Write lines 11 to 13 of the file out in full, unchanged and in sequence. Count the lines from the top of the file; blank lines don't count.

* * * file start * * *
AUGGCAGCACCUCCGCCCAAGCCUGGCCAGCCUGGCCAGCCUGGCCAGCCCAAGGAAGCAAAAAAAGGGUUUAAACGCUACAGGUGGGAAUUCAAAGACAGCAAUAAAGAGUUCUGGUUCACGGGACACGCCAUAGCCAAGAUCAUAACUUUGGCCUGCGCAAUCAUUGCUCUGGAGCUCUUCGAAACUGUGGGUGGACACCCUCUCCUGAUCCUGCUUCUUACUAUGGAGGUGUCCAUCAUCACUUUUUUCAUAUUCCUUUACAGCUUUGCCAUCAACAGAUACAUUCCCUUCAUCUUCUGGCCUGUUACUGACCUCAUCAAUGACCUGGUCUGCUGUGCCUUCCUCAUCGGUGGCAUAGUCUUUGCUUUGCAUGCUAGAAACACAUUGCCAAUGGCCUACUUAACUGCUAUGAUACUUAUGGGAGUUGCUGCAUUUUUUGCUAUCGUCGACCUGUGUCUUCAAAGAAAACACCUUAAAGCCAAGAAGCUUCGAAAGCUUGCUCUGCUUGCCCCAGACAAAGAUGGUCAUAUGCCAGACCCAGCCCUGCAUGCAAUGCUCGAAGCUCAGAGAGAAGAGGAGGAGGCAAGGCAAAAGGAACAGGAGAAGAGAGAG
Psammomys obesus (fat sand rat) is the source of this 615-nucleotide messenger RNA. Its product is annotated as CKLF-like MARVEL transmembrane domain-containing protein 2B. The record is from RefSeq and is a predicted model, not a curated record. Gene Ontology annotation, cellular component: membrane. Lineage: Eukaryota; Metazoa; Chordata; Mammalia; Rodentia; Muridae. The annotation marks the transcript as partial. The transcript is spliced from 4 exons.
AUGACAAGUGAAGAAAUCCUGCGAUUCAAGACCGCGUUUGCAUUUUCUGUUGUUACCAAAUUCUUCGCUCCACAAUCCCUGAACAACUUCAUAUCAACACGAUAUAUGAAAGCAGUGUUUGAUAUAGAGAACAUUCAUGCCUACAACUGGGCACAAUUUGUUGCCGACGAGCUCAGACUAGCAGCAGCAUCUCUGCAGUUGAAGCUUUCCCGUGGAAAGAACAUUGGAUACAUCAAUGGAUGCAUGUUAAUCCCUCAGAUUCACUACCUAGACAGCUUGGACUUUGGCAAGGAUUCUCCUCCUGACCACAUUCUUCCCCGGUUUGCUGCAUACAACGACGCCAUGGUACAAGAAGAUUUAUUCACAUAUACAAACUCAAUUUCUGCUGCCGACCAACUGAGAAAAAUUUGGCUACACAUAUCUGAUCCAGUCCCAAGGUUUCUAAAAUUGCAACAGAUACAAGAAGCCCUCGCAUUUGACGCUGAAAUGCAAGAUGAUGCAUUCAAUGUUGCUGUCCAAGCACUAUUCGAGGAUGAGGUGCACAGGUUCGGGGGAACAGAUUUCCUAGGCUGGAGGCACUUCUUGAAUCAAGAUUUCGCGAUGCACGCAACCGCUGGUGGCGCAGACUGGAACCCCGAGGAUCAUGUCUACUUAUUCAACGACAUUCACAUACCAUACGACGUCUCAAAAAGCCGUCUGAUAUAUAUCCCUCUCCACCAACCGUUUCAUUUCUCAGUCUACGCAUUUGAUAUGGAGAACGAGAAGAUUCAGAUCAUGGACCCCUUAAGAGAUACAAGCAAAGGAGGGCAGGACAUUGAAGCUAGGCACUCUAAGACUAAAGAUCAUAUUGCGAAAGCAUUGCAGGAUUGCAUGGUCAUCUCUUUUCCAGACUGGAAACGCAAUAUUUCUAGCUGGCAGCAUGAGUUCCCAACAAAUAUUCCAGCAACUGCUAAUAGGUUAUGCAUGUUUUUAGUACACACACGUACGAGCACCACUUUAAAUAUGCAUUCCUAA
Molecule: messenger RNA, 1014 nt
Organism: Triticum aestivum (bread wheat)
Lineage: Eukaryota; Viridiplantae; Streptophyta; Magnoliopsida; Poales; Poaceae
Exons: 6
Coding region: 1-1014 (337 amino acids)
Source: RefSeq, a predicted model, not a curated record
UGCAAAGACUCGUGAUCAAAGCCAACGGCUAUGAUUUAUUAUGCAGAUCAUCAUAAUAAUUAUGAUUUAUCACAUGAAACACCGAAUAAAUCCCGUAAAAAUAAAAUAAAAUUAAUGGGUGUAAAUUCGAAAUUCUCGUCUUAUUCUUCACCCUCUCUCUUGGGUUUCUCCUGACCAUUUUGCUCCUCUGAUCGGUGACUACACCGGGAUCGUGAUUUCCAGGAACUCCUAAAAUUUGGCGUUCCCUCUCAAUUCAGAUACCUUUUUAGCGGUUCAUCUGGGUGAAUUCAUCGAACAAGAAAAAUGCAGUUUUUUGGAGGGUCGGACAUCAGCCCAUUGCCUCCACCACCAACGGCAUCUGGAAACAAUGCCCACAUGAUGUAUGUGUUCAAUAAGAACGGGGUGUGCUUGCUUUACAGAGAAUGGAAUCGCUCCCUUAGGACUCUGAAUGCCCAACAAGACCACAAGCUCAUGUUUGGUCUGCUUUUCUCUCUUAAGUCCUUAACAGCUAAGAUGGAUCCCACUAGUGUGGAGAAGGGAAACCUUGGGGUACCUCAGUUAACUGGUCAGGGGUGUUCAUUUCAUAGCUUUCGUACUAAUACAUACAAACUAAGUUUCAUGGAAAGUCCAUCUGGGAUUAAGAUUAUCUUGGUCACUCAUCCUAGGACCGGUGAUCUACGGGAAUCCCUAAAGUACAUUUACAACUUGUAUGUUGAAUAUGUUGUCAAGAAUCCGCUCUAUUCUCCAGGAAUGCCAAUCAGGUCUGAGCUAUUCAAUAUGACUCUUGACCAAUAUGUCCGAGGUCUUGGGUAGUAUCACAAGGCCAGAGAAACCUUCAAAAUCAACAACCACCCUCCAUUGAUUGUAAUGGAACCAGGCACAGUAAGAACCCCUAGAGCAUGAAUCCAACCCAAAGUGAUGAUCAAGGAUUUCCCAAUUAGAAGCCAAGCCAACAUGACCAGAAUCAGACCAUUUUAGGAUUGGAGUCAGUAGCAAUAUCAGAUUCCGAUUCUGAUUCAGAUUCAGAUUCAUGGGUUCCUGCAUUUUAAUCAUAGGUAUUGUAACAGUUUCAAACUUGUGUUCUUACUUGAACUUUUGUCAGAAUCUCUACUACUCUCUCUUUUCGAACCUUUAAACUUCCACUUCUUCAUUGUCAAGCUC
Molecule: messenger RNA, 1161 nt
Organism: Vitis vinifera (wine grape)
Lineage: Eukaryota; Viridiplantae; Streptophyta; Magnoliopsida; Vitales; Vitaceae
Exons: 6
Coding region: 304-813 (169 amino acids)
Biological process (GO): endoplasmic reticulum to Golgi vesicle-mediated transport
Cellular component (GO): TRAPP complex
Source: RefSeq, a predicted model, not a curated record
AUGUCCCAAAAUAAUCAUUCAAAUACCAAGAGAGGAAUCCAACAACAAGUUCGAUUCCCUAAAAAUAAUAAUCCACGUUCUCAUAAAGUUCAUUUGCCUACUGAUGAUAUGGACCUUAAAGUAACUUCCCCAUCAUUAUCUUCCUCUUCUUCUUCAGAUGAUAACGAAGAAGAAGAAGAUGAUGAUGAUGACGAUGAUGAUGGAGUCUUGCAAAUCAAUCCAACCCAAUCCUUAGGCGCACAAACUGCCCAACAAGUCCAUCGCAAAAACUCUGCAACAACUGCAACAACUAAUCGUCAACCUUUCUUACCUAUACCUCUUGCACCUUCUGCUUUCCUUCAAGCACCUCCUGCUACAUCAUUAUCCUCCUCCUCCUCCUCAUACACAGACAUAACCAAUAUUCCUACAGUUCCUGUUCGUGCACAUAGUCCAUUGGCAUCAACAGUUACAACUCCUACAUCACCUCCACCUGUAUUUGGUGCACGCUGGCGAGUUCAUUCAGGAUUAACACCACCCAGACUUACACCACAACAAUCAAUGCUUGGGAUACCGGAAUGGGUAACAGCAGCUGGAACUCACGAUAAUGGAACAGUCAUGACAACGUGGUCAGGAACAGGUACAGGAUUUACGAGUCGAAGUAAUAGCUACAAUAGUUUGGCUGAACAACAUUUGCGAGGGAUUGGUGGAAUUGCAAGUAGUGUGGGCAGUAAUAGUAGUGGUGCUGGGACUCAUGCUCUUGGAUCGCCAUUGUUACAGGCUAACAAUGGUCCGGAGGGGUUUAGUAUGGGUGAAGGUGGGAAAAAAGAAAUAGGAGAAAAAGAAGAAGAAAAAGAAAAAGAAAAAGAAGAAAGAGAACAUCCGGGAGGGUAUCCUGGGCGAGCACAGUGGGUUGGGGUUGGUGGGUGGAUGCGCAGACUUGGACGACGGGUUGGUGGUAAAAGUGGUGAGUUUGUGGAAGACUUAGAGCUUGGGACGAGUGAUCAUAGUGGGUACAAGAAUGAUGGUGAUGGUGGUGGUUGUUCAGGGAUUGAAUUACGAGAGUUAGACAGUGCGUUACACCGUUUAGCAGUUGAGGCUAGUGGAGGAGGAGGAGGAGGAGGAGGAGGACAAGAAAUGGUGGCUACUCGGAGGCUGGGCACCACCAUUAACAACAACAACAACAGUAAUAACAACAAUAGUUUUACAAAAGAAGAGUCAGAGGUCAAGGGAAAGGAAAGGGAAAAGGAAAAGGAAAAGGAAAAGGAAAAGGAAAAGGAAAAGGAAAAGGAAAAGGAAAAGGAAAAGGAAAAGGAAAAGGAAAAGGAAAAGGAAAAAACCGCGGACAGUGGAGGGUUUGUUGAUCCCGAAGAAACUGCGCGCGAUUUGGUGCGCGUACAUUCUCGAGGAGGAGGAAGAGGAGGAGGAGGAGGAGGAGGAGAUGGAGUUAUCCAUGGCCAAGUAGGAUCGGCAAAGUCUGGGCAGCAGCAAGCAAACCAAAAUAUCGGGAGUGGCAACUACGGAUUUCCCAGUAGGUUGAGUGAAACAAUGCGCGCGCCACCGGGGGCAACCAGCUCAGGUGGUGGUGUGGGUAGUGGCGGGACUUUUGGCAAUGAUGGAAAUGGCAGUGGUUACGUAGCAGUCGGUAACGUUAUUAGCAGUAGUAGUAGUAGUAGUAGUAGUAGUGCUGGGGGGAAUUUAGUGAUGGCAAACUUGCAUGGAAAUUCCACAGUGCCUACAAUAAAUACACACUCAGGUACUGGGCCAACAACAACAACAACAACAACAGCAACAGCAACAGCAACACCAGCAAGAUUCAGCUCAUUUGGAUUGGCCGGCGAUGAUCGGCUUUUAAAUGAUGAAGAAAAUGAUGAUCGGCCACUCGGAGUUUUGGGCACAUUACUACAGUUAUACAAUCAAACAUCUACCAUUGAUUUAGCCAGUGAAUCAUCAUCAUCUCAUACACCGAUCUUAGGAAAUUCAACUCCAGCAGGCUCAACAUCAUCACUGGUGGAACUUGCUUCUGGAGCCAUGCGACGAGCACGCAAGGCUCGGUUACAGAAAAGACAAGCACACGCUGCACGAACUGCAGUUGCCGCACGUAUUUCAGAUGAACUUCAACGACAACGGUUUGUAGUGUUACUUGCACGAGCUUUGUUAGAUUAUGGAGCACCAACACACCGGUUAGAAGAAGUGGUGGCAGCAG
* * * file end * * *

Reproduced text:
Molecule: messenger RNA, 1161 nt
Organism: Vitis vinifera (wine grape)
Lineage: Eukaryota; Viridiplantae; Streptophyta; Magnoliopsida; Vitales; Vitaceae